Online Program

Evaluation of the California FreshWorks Fund Initiative: What do store customers think about their new store?

Sunday, November 1, 2015

Sallie Yoshida, DrPH, RD, The Sarah Samuels Center for Public Health Research & Evaluation, Oakland, CA
Mariah Lafleur, MPH, The Sarah Samuels Center for Public Health Research & Evaluation, Oakland, CA
Morgan Jones, MPH, The Sarah Samuels Center for Public Health Research & Evaluation, Oakland, CA
Heidi Skolnik, PhD, MA, The Sarah Samuels Center for Public Health Research & Evaluation, Oakland, CA
Allison Karpyn, PhD, Center for Research in Education and Social Policy, University of Delaware, Newark, DE
Karen Glanz, PhD, MPH, Perelman School of Medicine and School of Nursing, University of Pennsylvania, Philadelphia, PA
INTRODUCTION:  Community residents who live near full-service grocery stores are more likely to eat recommended amounts of fruits and vegetables and are less likely to become obese. The California Endowment’s California FreshWorks Fund Initiative (CFWF) is a $260 million public-private partnership loan fund aimed at improving access to fresh food retail, such as full service grocery stores, in underserved communities in California.

METHODS:  Intercept surveys were conducted with 600 customers in three stores in low-income communities that opened due to funding support from CFWF.  The 10-15 minute survey assessed food purchasing habits, perceived constraints on food purchasing, and perceptions of advantages and/or disadvantages of the new stores in the community. 

RESULTS:  The survey sample was largely female, Hispanic, and low-income.  The majority of respondents reported the new stores had friendlier staff, more foods traditional to their family, and improved variety and quality of fruits, vegetables, and groceries in general, as compared to where they previously shopped. Around 70% of respondents reported the new stores encouraged them to buy more fruits and vegetables.  Those in the lowest income groups reported the highest satisfaction levels with the new stores, even though they did not perceive prices to be lower than where they previously shopped.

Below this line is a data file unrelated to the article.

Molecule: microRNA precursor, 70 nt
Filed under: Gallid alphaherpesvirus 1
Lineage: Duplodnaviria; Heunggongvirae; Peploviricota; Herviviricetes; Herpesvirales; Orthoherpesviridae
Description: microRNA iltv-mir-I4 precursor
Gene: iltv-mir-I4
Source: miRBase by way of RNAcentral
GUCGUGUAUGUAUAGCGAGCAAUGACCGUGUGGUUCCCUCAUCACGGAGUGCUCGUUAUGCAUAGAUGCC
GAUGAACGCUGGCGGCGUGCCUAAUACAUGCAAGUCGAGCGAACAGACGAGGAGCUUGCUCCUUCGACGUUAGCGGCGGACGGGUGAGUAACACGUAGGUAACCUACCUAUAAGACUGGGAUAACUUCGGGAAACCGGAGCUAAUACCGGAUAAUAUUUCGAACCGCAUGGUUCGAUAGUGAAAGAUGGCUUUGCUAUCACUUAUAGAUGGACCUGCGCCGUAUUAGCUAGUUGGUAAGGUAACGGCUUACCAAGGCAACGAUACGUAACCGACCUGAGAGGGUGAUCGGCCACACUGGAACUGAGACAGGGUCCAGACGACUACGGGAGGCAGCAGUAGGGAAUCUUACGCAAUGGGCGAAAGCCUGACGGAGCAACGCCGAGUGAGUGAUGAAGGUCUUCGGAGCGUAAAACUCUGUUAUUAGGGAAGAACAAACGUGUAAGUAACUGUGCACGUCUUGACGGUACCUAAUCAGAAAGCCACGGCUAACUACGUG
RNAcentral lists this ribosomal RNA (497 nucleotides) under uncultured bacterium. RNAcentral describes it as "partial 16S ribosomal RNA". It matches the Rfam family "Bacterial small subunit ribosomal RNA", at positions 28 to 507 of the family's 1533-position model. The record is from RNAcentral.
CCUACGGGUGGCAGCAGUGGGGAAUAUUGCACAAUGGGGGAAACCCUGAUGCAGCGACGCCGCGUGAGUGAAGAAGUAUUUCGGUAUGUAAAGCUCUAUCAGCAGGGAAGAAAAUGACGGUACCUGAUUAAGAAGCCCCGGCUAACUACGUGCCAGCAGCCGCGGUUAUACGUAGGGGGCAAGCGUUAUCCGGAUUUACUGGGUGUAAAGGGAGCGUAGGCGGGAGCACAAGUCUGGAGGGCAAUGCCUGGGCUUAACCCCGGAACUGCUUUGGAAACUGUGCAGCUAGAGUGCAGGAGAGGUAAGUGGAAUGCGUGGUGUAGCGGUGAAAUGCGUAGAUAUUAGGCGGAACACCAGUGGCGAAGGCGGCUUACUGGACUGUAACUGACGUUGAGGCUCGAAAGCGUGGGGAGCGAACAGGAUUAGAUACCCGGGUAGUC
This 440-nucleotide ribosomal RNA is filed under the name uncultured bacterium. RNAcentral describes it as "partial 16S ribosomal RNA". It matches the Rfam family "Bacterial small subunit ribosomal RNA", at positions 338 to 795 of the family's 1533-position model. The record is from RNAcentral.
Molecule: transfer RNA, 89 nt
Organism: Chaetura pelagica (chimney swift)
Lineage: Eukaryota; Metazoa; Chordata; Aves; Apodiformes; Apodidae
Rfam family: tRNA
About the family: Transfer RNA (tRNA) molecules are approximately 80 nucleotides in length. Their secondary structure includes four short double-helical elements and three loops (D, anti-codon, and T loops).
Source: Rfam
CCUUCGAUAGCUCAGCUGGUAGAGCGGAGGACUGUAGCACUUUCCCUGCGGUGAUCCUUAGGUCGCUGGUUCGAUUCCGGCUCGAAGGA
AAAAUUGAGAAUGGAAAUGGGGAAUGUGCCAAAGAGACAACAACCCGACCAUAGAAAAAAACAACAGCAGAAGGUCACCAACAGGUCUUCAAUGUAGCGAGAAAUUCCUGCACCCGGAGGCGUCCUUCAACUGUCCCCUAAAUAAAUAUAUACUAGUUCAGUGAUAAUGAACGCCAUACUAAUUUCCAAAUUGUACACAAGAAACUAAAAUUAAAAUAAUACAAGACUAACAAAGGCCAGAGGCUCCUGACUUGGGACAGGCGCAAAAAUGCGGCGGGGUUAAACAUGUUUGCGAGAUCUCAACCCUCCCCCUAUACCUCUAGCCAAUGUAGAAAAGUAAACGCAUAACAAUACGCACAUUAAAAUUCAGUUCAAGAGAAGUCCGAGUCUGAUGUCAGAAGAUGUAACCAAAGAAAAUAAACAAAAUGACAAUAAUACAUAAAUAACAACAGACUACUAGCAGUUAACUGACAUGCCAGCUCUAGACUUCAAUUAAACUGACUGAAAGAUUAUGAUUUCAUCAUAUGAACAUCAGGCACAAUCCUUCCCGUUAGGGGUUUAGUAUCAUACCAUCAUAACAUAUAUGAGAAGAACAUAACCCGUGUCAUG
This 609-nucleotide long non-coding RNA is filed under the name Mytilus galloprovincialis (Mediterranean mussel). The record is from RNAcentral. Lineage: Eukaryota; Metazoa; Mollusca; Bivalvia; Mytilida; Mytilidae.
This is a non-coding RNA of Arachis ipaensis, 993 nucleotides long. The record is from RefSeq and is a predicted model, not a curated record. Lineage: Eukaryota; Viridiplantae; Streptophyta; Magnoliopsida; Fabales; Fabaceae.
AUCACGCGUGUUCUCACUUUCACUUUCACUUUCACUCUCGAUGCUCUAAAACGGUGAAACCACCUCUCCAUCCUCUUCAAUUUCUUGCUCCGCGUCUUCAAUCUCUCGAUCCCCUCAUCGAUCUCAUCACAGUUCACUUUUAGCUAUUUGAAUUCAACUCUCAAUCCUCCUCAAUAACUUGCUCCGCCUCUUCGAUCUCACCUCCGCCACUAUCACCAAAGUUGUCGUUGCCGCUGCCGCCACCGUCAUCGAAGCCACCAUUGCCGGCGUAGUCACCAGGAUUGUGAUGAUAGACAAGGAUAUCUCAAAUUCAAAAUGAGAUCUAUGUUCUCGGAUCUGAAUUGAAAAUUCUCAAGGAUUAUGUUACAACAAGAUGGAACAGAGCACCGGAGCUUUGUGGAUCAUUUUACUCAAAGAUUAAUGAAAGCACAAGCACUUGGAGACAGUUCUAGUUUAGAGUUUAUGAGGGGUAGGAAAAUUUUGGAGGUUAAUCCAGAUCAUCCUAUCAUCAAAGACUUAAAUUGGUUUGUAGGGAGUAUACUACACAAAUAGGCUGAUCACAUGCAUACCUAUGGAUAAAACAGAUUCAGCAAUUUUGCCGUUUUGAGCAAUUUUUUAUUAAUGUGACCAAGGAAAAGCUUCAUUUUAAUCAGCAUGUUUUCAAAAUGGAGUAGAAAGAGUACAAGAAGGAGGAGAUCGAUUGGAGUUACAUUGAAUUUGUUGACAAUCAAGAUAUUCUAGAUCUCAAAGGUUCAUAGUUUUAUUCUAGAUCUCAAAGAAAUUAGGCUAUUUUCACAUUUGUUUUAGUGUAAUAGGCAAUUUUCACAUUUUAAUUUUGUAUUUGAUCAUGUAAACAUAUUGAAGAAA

DISCUSSION:  These findings suggest that a positive store environment, and improved quality and variety encourages healthy shopping behavior, even among low income residents where price is often assumed to be the most important factor.  Additional key findings from the surveys will also be presented.

Learning Areas:

Conduct evaluation related to programs, research, and other areas of practice

Learning Objectives:
Describe two ways the new stores have positively influenced the purchasing habits of community residents. List three benefits community members perceive as a result of the opening of the new store. Explain the importance of healthy retail in low-resource communities.

Keyword(s): Funding/Financing, Underserved Populations

Presenting author's disclosure statement:

Qualified on the content I am responsible for because: Dr. Yoshida is an expert in the field of public health evaluation, particularly in low-income communities of color. I am PI for the Evaluation of the California FreshWorks Fund, a public/private healthy food financing initiative, CA4Health, California’s Community Transformation Grant, and Investigating County Nutrition Standards in California, funded by the Robert Wood Johnson Foundation Healthy Eating Research grant. I also serve on an expert panel for the National Collaborative on Childhood Obesity Research (NCCOR).
Any relevant financial relationships? No

I agree to comply with the American Public Health Association Conflict of Interest and Commercial Support Guidelines, and to disclose to the participants any off-label or experimental uses of a commercial product or service discussed in my presentation.